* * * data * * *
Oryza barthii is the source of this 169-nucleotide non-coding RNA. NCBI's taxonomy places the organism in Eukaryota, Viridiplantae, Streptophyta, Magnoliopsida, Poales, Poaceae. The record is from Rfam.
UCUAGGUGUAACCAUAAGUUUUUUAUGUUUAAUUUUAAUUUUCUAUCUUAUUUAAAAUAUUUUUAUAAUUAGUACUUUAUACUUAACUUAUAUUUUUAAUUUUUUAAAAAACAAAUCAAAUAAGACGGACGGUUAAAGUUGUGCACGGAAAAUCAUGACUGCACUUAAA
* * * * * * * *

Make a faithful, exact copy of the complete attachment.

Oryza barthii is the source of this 169-nucleotide non-coding RNA. NCBI's taxonomy places the organism in Eukaryota, Viridiplantae, Streptophyta, Magnoliopsida, Poales, Poaceae. The record is from Rfam.
UCUAGGUGUAACCAUAAGUUUUUUAUGUUUAAUUUUAAUUUUCUAUCUUAUUUAAAAUAUUUUUAUAAUUAGUACUUUAUACUUAACUUAUAUUUUUAAUUUUUUAAAAAACAAAUCAAAUAAGACGGACGGUUAAAGUUGUGCACGGAAAAUCAUGACUGCACUUAAA